UKULELE MUSING 46, 30 NOVEMBER 2019: “Ain’t Misbehavin'” with lyrics by Andriamanantena Paul Razafinkarefo, no less!

We associate this song from our Yellow Book with the stride and jazz pianist Thomas “Fats” Waller (1904-1943) but forget that the lyrics were by one Andy Razaf (1895-1973) who gives us a much more interesting back-story.

Razaf was born in Washington, D.C.  His birth name was Andriamanantena Paul Razafinkarefo.  His father, part of the royal family of Madagascar was killed during the French invasion of that country and his pregnant mother, the 15-year old daughter of a black American diplomat, was forced to escape to the United States.   

He and his mother moved to Harlem, and at the age of 16 he quit school and took a job as an elevator operator at a Tin Pan Alley office building.  

A year later he penned his first song text, embarking on his career as a lyricist.  Swept up by the Harlem Renaissance, Razaf published poems in the emerging black press and soon was working with several Harlem composers. 

Collaborating with Waller, they wrote—along with “Ain’t Misbehavin’”—many now-classic songs including “Honeysuckle Rose,” “The Joint is Jumpin’,” and ”Keepin’ Out of Mischief Now.”   In 1972, Razaf was recognized by his Tin Pan Alley peers in the Songwriters Hall of Fame.

“Fats” Waller was an American jazz pianist, organist, composer, violinist, singer, and comedic entertainer. His innovations in the Harlem “stride” style laid the groundwork for modern jazz piano.

“Fats” Waller:

His best-known composition is our song, “Ain’t Misbehavin’,” and it was added to the Grammy Hall of Fame in 1984.   Waller copyrighted over 400 songs, many of them co-written with his closest collaborator, Razaf,

who described his partner as “the soul of melody… a man who made the piano sing… both big in body and in mind… known for his generosity… a bubbling bundle of joy.” It’s possible he composed many more popular songs and sold or gave them to other performers when times were tough.  Who knows?  How about some jazz organ?

“Fats “ Waller Organ Jazz:

Meanwhile, back to our song!

Ain’t Misbehavin’” was written in 1929 for the Harlem and Broadway musical comedy “Connie’s Hot Chocolates”—a revue featuring black artists that, because of its popularity, was one of the earliest Harlem musicals to move to Broadway and play for predominantly white audiences.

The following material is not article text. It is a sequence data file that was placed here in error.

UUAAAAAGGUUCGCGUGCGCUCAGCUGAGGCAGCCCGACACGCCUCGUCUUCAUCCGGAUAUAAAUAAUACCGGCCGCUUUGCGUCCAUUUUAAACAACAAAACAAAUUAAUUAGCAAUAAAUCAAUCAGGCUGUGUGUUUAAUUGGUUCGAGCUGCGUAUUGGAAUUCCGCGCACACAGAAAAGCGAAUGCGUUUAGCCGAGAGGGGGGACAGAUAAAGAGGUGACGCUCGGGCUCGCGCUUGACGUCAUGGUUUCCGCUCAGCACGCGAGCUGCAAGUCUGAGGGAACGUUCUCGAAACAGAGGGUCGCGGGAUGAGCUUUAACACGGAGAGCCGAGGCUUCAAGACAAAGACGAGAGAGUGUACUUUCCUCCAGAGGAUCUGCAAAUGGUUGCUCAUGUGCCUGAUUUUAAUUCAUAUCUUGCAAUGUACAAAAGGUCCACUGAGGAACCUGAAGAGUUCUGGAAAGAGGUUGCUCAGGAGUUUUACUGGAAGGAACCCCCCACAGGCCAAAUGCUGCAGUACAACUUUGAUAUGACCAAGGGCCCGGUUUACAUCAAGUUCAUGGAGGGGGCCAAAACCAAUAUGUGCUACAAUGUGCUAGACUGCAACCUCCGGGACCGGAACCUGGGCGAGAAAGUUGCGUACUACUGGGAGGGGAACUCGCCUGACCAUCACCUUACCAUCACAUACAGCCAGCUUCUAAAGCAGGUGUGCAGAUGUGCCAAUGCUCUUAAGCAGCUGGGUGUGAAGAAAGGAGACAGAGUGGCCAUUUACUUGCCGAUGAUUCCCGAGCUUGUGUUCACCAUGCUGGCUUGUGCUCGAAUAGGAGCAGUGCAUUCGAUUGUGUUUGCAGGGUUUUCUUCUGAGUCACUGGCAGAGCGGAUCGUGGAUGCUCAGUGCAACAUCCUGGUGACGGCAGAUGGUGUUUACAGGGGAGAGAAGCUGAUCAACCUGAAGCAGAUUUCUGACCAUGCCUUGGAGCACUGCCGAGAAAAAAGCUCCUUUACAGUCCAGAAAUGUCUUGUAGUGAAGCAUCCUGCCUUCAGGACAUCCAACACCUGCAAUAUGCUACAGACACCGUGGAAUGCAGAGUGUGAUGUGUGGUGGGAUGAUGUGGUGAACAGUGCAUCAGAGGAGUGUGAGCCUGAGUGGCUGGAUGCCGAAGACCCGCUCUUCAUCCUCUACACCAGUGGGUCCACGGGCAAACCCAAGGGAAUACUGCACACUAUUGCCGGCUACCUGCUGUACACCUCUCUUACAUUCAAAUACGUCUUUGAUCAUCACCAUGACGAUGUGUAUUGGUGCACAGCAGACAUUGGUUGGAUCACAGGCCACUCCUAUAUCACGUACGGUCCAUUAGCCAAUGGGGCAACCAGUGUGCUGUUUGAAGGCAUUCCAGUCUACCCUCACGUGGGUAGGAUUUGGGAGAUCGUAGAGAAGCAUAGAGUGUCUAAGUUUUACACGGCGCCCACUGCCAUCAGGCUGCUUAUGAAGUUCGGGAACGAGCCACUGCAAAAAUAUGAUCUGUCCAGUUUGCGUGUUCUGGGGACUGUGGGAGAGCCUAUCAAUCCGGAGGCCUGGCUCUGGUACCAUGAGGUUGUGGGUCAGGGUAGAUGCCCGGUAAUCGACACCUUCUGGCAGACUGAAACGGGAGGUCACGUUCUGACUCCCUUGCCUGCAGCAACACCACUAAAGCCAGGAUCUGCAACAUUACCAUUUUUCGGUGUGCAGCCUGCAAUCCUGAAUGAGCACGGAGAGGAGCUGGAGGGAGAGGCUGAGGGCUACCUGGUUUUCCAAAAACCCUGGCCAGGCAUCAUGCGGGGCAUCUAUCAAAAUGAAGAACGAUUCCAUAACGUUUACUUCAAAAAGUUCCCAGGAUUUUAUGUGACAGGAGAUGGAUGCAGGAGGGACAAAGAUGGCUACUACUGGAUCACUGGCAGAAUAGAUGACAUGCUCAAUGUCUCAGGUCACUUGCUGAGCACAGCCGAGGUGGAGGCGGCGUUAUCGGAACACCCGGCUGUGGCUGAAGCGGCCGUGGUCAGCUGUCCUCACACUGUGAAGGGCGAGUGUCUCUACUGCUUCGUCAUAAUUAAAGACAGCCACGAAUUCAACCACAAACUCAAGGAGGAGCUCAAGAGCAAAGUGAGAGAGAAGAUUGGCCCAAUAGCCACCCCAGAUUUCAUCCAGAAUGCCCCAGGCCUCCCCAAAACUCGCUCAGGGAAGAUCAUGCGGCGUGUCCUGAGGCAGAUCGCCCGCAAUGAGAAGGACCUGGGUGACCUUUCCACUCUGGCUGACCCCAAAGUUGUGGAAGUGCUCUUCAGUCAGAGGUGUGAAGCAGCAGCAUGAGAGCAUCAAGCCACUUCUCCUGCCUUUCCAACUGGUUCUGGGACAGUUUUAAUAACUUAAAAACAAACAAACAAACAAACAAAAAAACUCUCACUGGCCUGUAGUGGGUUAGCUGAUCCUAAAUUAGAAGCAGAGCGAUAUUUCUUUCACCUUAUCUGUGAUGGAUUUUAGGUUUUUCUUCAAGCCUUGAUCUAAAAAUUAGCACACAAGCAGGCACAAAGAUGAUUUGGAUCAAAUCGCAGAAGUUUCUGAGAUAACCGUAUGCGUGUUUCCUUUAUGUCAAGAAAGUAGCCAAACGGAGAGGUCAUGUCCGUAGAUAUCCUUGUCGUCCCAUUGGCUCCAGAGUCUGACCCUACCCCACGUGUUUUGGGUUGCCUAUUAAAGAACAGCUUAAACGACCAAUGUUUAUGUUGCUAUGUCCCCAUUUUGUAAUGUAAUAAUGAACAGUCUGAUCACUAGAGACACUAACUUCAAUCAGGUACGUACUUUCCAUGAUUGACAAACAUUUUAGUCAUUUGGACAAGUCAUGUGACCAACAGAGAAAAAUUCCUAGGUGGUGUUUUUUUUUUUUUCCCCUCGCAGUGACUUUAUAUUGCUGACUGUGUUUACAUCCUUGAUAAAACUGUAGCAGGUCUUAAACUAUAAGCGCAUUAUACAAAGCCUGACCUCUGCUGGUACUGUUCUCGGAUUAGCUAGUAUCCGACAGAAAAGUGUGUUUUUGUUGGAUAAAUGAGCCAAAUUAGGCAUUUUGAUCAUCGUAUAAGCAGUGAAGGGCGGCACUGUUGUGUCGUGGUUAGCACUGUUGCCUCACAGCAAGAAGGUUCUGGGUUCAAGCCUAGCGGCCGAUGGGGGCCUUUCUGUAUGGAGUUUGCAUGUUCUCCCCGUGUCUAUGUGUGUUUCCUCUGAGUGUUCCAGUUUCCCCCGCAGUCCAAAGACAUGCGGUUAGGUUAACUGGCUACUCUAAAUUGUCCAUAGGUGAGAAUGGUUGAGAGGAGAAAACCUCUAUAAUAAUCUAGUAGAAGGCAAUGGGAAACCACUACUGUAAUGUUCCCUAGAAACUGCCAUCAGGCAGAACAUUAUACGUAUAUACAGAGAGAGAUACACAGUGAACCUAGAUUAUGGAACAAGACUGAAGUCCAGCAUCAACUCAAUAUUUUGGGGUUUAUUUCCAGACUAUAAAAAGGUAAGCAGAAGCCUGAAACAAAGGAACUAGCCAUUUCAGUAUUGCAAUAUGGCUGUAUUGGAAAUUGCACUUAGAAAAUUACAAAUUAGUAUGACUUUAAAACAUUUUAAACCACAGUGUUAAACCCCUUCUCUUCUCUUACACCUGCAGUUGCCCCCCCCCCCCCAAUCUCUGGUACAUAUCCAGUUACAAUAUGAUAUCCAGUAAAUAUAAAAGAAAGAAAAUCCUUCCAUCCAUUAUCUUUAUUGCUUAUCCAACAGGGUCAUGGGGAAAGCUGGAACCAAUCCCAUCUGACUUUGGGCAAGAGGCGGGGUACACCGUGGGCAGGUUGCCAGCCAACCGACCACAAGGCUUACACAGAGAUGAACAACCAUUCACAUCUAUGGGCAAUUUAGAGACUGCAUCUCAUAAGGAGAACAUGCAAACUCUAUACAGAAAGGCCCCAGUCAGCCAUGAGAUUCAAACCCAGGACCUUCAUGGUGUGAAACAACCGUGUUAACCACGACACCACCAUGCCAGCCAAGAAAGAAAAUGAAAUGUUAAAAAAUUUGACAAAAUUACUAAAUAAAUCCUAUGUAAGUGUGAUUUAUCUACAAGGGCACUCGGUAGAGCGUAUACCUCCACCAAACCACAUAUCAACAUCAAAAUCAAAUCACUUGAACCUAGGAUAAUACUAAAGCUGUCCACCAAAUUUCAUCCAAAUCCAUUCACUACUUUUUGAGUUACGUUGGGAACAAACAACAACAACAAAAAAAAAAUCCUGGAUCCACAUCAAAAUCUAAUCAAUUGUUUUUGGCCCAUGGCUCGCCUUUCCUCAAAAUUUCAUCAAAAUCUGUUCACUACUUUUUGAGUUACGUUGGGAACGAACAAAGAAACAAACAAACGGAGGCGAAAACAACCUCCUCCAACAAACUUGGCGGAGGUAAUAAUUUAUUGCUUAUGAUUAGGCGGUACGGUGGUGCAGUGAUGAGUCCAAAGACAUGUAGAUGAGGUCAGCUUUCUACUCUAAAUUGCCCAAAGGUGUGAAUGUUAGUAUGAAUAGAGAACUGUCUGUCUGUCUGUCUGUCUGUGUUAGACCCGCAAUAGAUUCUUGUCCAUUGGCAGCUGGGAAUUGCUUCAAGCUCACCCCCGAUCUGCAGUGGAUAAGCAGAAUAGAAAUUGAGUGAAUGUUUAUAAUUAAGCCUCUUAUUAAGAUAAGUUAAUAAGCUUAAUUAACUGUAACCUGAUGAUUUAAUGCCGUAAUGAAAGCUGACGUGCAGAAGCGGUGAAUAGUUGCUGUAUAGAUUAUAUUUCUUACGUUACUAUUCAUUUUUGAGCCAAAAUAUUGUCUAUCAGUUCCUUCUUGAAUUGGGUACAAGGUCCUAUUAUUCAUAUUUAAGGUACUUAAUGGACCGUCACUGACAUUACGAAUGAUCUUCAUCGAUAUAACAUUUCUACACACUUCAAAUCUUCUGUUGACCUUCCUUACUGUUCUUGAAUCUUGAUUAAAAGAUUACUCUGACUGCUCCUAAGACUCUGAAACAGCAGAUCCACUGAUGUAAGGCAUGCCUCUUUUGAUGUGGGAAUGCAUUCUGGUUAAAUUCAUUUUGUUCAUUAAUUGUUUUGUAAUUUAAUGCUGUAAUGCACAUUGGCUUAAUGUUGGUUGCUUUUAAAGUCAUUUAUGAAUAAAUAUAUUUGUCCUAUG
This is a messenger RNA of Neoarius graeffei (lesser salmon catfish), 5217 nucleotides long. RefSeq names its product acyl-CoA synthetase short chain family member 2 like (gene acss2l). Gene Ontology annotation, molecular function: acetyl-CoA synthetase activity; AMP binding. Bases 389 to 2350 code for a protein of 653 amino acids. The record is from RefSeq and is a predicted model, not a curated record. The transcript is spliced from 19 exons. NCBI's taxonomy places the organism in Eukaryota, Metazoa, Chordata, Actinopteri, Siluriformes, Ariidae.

Girls from the 1929 show:

It is said that Waller had the idea for the song while “lodging” in prison (for an alimony violation), and that is why he was not “misbehaving.”  Razaf picked up the theme and ran with it!

As usual, our Yellow and Blue Books seldom offer more than the chorus of a song.  So, here are the two verses used in the musical that make the song-story a bit more fun.

Ain’t Misbehavin’

 Verse 1: Tho’ it’s a fickle age, With flirting all the rage,
Here is one bird with self-control, Happy inside my cage.
I know who I love best, Thumbs down for all the rest,
My love was given, heart and soul, So it can stand the test.

Chorus: No one to talk with  . . .

Verse 2 : Your type of man is rare, I know you really care,
That’s why my conscience never sleeps, When you’re away somewhere.
Sure was a lucky day, When fate sent you my way,
And made you mine alone for keeps, Ditto to all you say.

Chorus:  No one to talk with  . . .

Ruth Etting, With Verses:

Another back-story has to do with, of all folks, Louis Armstrong. 

He made his Broadway debut as part of the pit band for the show and his cornet solo on opening night was such a hit with the audience that he was asked to perform it on stage for the rest of the show’s run.  Another musical tidbit! 

Louis Armstrong:

Our song has been around a long, long time and has been covered by nearly everyone in nearly every genre.  It was the theme of a movie (with an all-white cast)

and a popular Broadway Musical (with an all-black cast) was based on the works of Waller. 

From the Musical:

Here are a few other interpretations—choose your earworm of the day!


Bill Hayley and His Comets:

Willie Nelson:


And, of course, Ukulele:

Stay Tuned!

Author: NohoBanjo of Northampton and, now, Easthampton, Mass.

Hi friends, neighbors, and fellow strummers. These “musings” are based on my interest and study of Banjo and Ukulele history, lore, and music. My goal is to both educate and enlighten by sharing what I have learned within a broad musical and historical context—with honesty and, at times, a bit of humor. Needless to say, your thoughts and comments are, as always, welcome.

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